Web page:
Segments slated for Mountain View, Vt. 2A
Aug. 13, 2009
By Greg Elias
The town of Williston will soon construct a recreation path along Mountain View Road, a major milestone in stop-and-go efforts to build bike and pedestrian byways with bond funding approved five years ago.
Image courtesy of the town of Williston
The map above shows sidewalks that have been proposed in Williston.
The segment, which will run about two-thirds of a mile from North Williston Road to Old Stage Road, has been put out to bid. Construction should start next month and be completed before the construction season ends in October, said Public Works Director Neil Boyden.
The work will move forward despite the fact that two property owners along the route have yet to grant easements for the path. Boyden said he was optimistic that those agreements will be struck before construction starts.
If not, he said, the portion of the path running along those properties — 300 to 400 feet — will not be built but could be filled in at a later date.
Boyden declined to say who owns the property because publicity could stymie delicate negotiations. He said the owners are “concerned about encroachment on the privacy of their land and how it will affect their lifestyle,” the same issues raised by other landowners who have balked at providing easements in the past.
Indeed, the time-consuming process of getting easements, along with permitting issues, has slowed work on all three segments to be funded entirely by a $2.6 million bond issue approved by voters in 2004: North Williston Road, from U.S. 2 to Mountain View Road; Mountain View Road, from North Williston Road to Old Stage Road; and U.S. 2, from North Brownell Road to Taft Corners. Only the North Williston Road segment is finished, and only after the width of the path was scaled back to allay neighbors’ concerns.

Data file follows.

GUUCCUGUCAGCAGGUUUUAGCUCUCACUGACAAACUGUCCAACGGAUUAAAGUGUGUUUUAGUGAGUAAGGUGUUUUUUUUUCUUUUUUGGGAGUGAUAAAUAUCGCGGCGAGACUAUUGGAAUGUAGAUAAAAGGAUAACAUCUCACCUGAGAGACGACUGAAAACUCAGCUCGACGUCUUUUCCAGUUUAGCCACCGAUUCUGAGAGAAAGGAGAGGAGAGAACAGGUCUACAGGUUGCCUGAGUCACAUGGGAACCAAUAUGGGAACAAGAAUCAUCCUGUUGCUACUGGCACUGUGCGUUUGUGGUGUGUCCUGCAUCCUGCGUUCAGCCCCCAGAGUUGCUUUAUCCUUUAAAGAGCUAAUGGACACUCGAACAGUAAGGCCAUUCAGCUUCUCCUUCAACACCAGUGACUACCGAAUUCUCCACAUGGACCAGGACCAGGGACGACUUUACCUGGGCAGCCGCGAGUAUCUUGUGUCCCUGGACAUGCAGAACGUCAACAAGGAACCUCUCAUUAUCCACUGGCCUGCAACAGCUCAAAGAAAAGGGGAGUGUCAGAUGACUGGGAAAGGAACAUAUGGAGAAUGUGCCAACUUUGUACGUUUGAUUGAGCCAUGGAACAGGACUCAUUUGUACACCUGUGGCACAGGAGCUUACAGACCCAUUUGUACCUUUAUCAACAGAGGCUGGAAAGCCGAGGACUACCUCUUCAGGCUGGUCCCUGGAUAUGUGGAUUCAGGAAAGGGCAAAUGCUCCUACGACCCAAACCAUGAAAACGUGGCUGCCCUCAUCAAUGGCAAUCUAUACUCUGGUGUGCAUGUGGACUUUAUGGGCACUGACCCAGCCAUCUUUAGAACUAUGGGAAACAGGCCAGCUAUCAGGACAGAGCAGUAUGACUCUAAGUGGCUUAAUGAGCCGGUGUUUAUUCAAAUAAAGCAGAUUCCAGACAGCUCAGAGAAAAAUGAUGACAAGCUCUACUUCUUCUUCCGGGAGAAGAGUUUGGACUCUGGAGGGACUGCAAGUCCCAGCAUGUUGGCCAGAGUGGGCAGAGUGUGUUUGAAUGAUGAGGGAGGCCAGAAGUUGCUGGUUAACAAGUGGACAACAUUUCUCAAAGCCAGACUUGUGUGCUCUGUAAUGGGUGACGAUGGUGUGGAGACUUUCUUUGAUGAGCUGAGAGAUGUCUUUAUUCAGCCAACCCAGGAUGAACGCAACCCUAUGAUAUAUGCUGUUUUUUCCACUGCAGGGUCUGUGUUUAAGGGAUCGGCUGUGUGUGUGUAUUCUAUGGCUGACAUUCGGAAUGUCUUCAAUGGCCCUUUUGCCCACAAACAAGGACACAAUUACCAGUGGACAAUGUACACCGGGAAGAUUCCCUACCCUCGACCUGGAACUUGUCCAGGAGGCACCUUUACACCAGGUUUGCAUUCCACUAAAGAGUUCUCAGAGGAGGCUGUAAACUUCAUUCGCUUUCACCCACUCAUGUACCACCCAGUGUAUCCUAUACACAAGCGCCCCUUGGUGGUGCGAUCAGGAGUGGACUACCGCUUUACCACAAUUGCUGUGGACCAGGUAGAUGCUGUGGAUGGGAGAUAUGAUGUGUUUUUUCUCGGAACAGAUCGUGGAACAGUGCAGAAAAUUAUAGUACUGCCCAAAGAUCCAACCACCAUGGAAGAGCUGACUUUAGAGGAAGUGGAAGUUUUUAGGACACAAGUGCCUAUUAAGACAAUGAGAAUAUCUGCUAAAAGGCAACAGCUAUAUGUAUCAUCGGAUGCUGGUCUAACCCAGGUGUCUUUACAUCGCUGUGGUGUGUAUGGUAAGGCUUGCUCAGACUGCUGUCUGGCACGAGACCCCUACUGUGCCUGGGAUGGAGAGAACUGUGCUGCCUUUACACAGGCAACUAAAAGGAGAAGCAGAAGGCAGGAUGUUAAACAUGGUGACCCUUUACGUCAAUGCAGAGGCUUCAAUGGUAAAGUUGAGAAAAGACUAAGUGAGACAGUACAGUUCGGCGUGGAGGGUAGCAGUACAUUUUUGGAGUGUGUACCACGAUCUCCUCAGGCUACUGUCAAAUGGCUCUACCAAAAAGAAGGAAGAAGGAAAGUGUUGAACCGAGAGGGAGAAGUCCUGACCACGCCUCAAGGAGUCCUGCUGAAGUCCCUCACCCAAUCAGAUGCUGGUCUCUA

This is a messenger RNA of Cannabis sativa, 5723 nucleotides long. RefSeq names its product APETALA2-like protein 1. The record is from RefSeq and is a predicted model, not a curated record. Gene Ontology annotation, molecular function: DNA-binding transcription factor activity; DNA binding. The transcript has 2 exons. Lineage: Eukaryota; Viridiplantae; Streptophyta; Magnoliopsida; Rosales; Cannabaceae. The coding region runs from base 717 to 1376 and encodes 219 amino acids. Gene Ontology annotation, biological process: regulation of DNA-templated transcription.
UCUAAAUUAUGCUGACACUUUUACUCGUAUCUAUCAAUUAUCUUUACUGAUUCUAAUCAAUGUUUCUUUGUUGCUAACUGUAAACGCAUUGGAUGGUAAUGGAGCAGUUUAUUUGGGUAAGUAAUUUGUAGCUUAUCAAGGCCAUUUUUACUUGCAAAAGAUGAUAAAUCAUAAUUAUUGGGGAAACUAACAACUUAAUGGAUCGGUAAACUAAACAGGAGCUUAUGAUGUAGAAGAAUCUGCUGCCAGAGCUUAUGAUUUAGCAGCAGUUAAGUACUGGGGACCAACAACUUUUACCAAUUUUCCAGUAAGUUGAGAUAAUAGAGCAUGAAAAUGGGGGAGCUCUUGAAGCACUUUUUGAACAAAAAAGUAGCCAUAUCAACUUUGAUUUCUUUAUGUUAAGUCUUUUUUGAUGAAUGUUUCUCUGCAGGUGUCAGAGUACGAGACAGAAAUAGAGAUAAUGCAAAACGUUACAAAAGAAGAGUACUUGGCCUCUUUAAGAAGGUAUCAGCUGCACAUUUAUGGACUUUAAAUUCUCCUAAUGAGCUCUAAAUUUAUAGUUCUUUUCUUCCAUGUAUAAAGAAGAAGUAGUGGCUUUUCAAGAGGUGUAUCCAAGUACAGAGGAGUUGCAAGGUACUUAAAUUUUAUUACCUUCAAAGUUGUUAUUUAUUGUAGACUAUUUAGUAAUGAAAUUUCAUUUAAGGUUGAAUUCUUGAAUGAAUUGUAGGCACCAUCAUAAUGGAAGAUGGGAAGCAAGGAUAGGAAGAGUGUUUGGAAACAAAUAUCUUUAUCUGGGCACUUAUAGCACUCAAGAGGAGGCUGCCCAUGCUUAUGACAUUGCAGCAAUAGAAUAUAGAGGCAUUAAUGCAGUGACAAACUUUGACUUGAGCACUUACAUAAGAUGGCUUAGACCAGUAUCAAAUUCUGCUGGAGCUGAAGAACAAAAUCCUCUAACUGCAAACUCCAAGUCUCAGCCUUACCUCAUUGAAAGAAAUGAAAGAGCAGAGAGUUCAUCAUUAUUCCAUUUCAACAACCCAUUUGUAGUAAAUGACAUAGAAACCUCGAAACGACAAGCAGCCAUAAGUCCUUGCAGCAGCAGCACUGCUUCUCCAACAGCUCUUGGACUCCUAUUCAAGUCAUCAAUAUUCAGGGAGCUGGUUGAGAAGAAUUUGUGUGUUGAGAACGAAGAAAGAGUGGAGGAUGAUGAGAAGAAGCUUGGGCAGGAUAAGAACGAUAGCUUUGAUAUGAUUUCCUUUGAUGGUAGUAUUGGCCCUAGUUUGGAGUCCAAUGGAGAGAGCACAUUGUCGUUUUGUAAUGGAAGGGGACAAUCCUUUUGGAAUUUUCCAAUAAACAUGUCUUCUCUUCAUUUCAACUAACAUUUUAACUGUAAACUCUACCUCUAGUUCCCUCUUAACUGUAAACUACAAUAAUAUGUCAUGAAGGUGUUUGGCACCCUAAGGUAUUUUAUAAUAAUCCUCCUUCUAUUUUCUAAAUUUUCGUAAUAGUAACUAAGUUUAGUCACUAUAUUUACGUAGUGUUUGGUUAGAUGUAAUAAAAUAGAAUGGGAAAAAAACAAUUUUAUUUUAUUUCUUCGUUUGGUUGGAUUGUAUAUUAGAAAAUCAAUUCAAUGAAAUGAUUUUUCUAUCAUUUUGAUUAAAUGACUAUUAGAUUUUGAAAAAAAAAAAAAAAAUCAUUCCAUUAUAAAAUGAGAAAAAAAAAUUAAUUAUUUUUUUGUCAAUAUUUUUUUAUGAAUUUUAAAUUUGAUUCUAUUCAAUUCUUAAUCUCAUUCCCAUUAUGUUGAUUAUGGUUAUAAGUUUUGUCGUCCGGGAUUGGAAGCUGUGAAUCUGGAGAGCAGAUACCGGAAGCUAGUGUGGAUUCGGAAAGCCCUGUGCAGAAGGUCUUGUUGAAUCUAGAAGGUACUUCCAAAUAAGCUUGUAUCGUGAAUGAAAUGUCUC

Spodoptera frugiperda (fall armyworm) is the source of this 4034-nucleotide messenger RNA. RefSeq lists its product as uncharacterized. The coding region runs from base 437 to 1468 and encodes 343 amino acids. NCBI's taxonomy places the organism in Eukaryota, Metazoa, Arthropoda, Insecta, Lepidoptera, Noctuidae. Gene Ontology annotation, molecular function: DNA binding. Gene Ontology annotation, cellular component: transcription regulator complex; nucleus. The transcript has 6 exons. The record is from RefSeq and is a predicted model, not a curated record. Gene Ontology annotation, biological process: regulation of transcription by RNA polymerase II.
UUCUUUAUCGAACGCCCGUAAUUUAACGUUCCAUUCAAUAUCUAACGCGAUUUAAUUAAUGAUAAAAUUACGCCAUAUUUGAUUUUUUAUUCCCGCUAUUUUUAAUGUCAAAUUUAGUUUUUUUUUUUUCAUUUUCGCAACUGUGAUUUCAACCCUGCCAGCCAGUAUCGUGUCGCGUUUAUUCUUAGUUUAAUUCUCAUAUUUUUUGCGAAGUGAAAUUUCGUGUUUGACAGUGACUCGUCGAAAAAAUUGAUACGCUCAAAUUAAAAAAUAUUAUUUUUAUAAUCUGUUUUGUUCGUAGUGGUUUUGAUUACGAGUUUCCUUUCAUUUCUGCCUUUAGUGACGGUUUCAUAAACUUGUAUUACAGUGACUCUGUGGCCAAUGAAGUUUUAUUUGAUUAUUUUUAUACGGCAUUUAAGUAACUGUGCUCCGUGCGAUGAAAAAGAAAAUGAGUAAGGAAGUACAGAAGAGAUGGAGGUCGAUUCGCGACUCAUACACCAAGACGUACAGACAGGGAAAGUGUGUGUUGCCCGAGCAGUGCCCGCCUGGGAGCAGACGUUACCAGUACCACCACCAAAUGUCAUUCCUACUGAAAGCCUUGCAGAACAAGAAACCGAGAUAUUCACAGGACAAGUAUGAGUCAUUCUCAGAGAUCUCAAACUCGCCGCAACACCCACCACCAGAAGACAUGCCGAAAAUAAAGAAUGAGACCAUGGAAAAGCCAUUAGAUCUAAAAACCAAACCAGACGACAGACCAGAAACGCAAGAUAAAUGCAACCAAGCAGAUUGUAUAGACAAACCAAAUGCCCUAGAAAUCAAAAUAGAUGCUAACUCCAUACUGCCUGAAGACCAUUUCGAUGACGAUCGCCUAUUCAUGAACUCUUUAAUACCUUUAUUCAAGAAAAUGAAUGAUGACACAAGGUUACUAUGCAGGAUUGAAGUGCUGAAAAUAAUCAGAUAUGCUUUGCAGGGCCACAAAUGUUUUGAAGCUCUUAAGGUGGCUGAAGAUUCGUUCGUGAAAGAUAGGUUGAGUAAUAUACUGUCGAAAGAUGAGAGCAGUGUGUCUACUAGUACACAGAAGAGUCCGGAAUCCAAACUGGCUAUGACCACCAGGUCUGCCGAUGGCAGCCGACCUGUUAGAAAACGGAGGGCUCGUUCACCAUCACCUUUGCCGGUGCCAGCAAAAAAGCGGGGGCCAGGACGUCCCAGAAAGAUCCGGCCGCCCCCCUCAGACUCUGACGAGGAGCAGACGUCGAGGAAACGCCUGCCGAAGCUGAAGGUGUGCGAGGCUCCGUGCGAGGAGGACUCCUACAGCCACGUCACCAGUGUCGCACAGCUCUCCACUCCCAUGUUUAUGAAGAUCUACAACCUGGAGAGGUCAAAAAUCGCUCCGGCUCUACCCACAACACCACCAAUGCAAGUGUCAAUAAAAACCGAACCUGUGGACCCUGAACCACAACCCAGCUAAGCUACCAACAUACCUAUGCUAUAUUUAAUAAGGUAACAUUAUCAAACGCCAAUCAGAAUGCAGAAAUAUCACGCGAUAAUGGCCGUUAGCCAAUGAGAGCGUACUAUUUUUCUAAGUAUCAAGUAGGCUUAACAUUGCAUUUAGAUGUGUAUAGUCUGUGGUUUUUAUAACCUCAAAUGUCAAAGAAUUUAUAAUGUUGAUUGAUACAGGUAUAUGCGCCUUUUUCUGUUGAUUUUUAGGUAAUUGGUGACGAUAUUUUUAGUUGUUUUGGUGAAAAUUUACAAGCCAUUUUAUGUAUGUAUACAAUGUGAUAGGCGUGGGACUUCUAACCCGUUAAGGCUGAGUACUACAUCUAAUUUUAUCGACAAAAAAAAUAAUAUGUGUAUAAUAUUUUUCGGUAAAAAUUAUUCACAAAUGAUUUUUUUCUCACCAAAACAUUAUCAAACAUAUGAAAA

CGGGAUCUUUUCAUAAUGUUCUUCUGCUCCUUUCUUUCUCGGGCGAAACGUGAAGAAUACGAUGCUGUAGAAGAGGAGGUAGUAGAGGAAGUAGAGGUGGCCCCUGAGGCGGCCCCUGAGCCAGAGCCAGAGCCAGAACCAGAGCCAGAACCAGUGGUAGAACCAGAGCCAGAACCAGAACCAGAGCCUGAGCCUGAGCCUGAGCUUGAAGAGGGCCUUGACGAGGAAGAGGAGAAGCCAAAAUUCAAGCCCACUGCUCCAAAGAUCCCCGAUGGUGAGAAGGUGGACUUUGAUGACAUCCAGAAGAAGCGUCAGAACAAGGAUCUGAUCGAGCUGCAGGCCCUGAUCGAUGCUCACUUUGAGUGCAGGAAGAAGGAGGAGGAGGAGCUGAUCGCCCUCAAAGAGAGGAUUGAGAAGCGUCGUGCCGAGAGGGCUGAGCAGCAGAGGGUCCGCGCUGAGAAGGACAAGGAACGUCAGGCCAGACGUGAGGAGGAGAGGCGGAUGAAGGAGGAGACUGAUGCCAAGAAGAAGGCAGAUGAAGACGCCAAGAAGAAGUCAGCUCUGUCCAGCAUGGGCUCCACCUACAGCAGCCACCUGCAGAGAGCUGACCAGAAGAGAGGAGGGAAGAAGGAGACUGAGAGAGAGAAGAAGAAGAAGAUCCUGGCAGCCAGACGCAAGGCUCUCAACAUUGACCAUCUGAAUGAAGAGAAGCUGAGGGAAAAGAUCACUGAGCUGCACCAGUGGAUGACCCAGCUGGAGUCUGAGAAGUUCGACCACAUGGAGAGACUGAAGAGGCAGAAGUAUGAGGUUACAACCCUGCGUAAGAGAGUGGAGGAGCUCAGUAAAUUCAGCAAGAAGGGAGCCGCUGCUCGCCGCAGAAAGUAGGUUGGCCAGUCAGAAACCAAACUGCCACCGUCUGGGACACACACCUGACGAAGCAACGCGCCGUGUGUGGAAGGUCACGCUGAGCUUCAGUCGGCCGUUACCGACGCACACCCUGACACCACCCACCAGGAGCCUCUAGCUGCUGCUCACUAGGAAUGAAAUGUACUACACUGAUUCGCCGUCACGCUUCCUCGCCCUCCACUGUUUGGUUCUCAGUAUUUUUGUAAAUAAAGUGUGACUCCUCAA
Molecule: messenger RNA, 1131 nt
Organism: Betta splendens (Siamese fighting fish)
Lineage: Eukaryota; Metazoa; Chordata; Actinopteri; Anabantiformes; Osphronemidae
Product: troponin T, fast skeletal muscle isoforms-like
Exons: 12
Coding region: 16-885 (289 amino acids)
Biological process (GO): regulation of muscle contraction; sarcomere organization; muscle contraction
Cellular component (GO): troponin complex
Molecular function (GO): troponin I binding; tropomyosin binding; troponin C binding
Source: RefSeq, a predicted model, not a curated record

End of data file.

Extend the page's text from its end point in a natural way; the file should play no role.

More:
On Mountain View Road, construction was initially delayed as a few homeowners in the Pleasant Acres neighborhood refused to provide easements. Those easements have now been obtained, Boyden said, but a couple of other property owners nearer to the Old Stage Road end of the project have yet to strike agreements with the town.
Other property owners, however, enthusiastically support the path.
“We told them to go for it,” said Scott Adams, co-owner of Adams Apple Orchard & Farm Market at the intersection of Mountain View and Old Stage roads.
He said the path would give customers — particularly children — a safe way to reach the business.
“A lot of people who have children who walk or bike to the store have been waiting anxiously for them to finalize the project,” Adams said, adding that another much-discussed sidewalk extension along Old Stage Road would complete the connection.
The town has received a $20,000 federal grant for permitting and design work on that sidewalk, which would run northward from Wildflower Circle. Boyden said once that is completed, the town will apply for another grant to actually build the sidewalk. He said there is only a “slim” chance the project will be completed in 2010 because of the long lead time involved with applying for and receiving grants.
Meanwhile, efforts continue to complete other sidewalks and recreation paths around Williston.
Construction is scheduled to begin next week on a 750-foot-long sidewalk running from Taft Corners Shopping Center to the East Orchid restaurant on Vermont 2A. The $68,000 project, funded through the town’s capital budget, fills in a gap along the busy thoroughfare, allowing pedestrians to walk from the shopping center to Zephyr Road and Knight Lane.
There are also plans to construct a recreation path along Vermont 2A between River Cove Road and James Brown Drive. The town received a $225,000 state grant for the project earlier this year, but work will be delayed until at least 2010 while the town awaits permits and easements.
When the Mountain View Road segment is completed, two bond-funded stretches will remain, one along U.S. 2 west of Blair Park and another on Vermont 2A from the Meadow Run subdivision to Zephyr Lane. The latter is to be partially funded by bonds, with the rest of the money coming from state or federal grants.
Still on the drawing board is a segment from James Brown Drive to the Winooski River Bridge.
The town’s goal is to eventually connect existing sidewalks along Vermont 2A and in other parts of town, allowing pedestrians, bicyclists and runners to traverse most parts of Williston.